Taking the DALF at 50 – First Week of French Class

8 Week Immersion Course at ILA, Institut Linguistique Adenet, Montpellier, France

This first week of language school has been a test of my endurance and perseverance.  It seemed like such a good idea months ago when I decided I would end my French studies by taking the DALF C1* at the end of a two month immersion course in Montpellier. I’ve been working on French for years and I just wanted to find a way to give myself permission to stop. The exam is an artificial end, I know, but somehow to set, and better yet accomplish, this goal would give me a sort of closure.

I had been working with a tutor in person in Washington DC and then via Skype after we moved to Scottsdale AZ. The lessons went well and he even suggested that I should attempt DALF C2, the highest level, which I still believe is above my competency and is generally reserved for those who speak like a native.

Now, after just one week (I have 7 to go before the exam), I’m exhausted and doubting the choices I have made. Based on a computerized multiple choice test and no in-country follow-up interview the language school placed me in a B2 level class. I asked them to let me try C1 which they did for the morning class, but told me the afternoon class was full and I couldn’t change until the following week. At first I doubted my ability, but after a morning in level C1 I am sure that it’s the correct level for me and that the afternoon B2 level class is too easy – the other students do not have the same level of fluency, grammatical skill or vocabulary that I do.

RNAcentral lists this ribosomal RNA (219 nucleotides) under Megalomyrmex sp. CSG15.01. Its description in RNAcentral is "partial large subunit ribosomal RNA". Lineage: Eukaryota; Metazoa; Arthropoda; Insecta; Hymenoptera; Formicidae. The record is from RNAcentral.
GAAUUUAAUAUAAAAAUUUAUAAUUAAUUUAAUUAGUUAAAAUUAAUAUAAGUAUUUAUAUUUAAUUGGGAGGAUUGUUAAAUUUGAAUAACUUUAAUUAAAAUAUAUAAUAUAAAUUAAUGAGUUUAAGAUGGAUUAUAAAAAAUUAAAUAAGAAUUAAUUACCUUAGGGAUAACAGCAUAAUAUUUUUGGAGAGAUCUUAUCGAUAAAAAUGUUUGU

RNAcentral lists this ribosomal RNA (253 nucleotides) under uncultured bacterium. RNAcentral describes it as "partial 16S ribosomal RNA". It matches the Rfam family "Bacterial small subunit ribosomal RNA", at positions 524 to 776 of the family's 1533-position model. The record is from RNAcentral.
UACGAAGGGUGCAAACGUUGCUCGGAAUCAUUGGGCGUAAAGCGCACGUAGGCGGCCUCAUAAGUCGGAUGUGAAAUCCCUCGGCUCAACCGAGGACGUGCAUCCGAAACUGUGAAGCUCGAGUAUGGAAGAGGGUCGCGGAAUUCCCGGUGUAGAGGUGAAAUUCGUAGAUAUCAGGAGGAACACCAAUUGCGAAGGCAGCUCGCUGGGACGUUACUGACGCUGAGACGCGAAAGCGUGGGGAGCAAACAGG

In all my years of immersion school classes I have never been denied the correct level because a class was too full. This is not an appropriate or reasonable way to service paying clients. Keeping classes full may be a good way to manage expenses, but in the long run not servicing your customer ruins the reputation of the school. My case is not unique as I have heard of at least two other similar instances.

Adding to the stress is the 9 hour time difference from home and the effort to keep my head in French. I’m taking a break to write this but otherwise most everything I do is in French – read, watch TV, chat with new friends, etc. At first it’s exhausting and feels as if my head will blow like a clogged pressure cooker. With time everything will get easier, but there is so much to do.

There is no way I can learn and become proficient at everything. I must start choosing the most important elements of the language and more importantly what I need to be proficient at in order to pass the exam.

I will get there, I keep telling myself. Stress will only make the situation worse. I must remember to rest and exercise.

*European language competency levels are A1. A2, B1, B2, C1 and C2 with A1 being the lowest level and C2 generally considered native like fluency.

May 2, 2015

For links to all the posts in this series see the Montpellier page.